The Rijksmuseum in Amsterdam has now opened an exhibition of slavery to the public.
The exhibition seeks to shed light on the cruelty of slavery and the wealth of Dutch men and women who profited from the evil trade.
The opening of the exhibition was closed due to the virus, and for the first time visitors can see the instruments of the slave trade.
A set of leg irons that once chained slaves by the ankles for punishment, a pair of Rembrandt portraits of a rich Dutch couple dressed in slavery-funded finery, as well as dozens of objects like these are on display in the museum.
"We wanted to make the case that this is history that speaks to anybody in the Netherlands, it belongs to all of us. So that's why we chose a really personal approach. The story centres on 10 people who lived in that era, who were slave owners, who were enslaved, who were the people who spoke out against the system so that the visitor can really ask himself, what would I have done if I were in the shoes of those people?", Valika Smeulders, Head of the Rijksmuseum's history department queried.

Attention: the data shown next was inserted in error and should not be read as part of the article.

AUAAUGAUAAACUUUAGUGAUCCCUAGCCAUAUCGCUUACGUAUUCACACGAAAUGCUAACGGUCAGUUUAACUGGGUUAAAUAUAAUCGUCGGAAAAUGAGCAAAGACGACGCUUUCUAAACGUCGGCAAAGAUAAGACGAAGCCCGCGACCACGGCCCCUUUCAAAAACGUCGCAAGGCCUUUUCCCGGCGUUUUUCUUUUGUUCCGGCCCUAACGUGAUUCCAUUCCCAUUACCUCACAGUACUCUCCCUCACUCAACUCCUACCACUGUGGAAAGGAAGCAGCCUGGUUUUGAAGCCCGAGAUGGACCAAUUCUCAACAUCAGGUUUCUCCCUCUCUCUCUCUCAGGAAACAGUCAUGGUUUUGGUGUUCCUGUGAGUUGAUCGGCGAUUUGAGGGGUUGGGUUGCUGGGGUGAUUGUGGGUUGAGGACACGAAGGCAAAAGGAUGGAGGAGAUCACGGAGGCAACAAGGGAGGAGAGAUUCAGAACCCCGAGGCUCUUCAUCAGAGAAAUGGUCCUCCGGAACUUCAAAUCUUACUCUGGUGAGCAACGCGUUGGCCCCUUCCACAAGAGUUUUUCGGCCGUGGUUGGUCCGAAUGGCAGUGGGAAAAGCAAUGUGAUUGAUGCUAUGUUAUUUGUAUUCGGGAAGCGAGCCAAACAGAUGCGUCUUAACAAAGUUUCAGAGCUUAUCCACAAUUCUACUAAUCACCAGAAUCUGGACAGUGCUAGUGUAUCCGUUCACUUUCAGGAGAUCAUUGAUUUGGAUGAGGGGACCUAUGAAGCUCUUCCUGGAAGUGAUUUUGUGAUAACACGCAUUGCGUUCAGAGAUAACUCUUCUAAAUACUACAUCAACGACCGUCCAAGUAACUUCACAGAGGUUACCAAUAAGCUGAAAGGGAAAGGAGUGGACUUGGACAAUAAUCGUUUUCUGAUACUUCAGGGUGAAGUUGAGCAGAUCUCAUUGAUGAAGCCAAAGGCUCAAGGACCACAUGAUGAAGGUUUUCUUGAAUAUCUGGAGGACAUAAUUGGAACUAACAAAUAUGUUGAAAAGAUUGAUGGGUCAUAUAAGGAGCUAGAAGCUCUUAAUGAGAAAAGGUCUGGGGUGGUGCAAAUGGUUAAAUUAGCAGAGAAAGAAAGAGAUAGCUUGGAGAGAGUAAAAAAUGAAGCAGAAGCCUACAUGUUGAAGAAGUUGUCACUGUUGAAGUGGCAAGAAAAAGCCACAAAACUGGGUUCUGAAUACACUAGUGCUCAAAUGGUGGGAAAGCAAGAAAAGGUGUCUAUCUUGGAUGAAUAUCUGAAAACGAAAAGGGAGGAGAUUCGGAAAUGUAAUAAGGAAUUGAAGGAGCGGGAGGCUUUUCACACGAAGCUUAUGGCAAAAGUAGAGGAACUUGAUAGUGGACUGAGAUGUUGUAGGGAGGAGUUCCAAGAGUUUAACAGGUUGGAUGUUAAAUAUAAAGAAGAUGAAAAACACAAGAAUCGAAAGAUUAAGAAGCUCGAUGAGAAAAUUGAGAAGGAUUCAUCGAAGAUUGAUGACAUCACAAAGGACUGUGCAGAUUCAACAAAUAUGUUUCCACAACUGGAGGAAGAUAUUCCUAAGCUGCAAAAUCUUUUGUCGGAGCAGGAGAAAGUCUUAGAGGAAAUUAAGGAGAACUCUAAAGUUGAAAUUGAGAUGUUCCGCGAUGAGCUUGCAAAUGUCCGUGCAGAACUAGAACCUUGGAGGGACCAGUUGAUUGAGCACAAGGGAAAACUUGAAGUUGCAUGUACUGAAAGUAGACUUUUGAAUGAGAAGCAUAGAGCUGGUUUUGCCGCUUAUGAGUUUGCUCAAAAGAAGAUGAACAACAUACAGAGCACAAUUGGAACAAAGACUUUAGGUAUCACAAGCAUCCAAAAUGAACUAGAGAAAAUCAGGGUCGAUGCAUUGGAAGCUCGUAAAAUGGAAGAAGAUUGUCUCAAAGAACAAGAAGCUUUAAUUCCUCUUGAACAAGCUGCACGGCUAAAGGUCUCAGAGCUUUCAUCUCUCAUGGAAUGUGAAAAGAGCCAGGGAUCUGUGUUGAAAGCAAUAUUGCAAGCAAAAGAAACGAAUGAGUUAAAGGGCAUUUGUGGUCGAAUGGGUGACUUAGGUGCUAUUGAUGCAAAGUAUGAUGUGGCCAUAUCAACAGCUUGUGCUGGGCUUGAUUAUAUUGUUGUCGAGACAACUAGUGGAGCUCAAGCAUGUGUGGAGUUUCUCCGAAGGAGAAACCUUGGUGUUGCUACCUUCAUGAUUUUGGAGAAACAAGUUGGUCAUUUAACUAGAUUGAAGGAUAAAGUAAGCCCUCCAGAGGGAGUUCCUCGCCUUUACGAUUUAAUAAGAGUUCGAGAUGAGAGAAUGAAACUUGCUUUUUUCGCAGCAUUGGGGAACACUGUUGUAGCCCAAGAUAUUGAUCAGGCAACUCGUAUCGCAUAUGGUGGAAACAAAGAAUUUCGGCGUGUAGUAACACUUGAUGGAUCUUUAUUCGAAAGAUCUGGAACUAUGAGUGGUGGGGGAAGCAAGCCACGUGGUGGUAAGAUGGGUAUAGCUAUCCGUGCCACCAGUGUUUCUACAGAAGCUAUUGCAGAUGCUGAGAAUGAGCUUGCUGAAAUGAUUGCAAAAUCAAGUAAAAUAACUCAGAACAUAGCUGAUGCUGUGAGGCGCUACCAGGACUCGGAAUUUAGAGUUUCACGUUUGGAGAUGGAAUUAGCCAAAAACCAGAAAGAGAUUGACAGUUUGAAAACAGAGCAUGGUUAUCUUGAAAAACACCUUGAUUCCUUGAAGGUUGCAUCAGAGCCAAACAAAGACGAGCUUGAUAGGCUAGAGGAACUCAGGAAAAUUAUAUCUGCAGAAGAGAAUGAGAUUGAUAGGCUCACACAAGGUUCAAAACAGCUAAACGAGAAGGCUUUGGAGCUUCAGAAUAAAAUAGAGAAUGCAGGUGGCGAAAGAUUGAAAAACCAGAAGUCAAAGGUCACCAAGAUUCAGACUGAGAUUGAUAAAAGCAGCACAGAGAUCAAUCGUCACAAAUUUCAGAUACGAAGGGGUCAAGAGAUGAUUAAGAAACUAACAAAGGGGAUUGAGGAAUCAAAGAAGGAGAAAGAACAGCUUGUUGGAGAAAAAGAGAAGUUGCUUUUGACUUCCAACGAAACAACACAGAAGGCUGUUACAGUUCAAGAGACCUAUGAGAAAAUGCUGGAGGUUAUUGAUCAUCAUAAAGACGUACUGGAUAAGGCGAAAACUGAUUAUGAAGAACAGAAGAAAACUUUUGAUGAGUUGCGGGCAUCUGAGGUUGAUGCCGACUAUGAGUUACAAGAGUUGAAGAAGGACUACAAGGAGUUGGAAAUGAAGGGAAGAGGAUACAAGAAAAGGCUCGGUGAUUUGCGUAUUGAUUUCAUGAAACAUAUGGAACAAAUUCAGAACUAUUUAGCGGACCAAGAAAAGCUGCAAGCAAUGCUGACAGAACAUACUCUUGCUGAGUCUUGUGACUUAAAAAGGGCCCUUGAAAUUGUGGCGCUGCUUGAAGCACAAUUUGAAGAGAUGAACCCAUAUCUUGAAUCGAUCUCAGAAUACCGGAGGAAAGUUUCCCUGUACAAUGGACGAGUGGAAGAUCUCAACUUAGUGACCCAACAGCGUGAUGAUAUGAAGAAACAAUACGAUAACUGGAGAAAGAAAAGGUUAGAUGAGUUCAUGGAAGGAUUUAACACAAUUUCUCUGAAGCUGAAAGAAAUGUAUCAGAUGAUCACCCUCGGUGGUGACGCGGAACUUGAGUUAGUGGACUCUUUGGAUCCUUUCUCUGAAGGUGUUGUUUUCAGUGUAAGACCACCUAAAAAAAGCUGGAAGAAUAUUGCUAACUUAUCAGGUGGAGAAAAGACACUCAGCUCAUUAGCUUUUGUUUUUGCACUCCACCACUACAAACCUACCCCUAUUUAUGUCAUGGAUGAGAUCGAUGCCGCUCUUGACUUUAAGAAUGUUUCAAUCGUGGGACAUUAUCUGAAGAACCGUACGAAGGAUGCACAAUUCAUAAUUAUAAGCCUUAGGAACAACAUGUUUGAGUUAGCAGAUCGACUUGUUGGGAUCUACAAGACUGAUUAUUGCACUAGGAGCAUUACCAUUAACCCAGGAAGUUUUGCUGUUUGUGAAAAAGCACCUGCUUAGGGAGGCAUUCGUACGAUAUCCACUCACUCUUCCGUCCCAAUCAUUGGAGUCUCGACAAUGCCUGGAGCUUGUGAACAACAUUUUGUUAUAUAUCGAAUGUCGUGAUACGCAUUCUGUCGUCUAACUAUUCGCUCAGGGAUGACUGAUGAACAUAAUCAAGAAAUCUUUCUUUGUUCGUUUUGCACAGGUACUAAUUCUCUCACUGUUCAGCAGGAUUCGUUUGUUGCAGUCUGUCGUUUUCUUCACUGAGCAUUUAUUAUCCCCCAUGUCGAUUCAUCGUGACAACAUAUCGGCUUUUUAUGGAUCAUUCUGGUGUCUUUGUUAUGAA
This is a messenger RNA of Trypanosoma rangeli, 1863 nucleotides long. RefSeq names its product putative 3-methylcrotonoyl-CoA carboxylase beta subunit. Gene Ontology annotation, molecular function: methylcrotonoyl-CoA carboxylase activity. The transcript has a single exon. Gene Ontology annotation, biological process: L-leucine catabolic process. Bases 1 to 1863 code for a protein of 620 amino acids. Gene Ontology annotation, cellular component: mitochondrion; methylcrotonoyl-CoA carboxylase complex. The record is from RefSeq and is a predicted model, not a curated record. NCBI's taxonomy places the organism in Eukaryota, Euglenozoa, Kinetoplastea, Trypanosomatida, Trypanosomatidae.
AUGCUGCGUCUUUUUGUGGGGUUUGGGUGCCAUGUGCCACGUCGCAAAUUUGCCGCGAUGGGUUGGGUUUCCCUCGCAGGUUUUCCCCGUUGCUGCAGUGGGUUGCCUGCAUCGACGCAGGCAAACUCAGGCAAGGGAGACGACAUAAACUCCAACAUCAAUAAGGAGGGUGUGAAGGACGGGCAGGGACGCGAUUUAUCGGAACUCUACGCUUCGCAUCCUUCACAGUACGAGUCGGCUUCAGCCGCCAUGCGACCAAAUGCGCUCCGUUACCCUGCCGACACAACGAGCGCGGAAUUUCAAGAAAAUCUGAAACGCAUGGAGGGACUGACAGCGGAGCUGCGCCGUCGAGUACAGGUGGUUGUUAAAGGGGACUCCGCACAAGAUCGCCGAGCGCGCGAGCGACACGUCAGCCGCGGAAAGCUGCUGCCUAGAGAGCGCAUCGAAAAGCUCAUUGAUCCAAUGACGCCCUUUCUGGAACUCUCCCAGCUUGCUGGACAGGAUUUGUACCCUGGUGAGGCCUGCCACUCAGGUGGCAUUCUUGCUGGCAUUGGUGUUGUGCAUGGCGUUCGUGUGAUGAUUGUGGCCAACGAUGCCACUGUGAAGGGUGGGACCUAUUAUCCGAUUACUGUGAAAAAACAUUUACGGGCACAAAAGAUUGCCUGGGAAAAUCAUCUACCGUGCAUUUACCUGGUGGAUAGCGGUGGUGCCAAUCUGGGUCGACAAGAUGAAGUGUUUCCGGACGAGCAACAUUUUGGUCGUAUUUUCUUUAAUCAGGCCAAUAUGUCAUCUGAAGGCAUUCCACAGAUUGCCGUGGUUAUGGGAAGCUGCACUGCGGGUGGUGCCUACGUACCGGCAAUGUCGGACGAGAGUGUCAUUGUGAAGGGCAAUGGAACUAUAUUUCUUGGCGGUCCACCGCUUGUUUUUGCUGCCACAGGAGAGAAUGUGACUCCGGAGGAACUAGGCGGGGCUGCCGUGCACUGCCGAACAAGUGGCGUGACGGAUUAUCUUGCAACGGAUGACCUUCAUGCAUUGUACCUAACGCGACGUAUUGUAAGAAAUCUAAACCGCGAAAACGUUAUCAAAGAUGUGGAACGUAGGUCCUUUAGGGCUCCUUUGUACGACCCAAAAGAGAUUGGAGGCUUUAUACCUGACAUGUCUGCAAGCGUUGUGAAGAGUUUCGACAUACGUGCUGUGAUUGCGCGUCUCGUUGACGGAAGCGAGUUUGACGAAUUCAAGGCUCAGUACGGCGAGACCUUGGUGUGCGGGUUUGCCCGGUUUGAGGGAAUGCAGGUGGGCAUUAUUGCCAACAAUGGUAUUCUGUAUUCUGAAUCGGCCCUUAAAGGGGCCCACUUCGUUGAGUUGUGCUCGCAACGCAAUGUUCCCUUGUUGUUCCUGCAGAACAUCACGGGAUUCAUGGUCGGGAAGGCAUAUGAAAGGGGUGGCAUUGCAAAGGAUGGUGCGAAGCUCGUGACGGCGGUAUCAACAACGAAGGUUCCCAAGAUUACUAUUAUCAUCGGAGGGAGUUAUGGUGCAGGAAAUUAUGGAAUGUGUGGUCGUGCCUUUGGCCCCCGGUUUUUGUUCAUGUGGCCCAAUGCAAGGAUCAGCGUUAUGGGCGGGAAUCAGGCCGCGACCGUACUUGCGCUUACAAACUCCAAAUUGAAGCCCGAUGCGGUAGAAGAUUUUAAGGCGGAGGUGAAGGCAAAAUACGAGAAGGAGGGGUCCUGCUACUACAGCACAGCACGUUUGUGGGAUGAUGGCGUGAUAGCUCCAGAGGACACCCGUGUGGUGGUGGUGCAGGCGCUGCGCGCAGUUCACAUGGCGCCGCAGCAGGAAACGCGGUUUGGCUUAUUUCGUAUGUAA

Amsterdam had a crucial role to play in the global slave trade. The stately mansions lining its canals attest to the fortunes often made by traders with the use of slave labor.
That history has led to calls for a formal apology from the current municipality.
"Apologies are in the air absolutely, and I think with this exhibition as a museum, what we are adding to that is that we bring this story in the most honest way possible for us", Smeulders added.
Curators at the museum want to begin an honest conversation in a country still reckoning with its role in colonialism.
The exhibition is timely amid questions raised by the Black Lives Matter movement in 2020.
"Hopefully that (slavery exhibition) will lead to a better-informed debate and listening to each other. That's one of the goals of our exhibition to provide more information about this history so that there will be a better conversation", said Eveline Sint Nicolaas, Senior curator at the Rijksmuseum.
Simply called ''Slavery'', the museum uses songs and oral sources, which visitors can listen to on an audio tour, to fill the gaps where no records exist.
The Netherlands has never formally apologized for its role in the slave trade.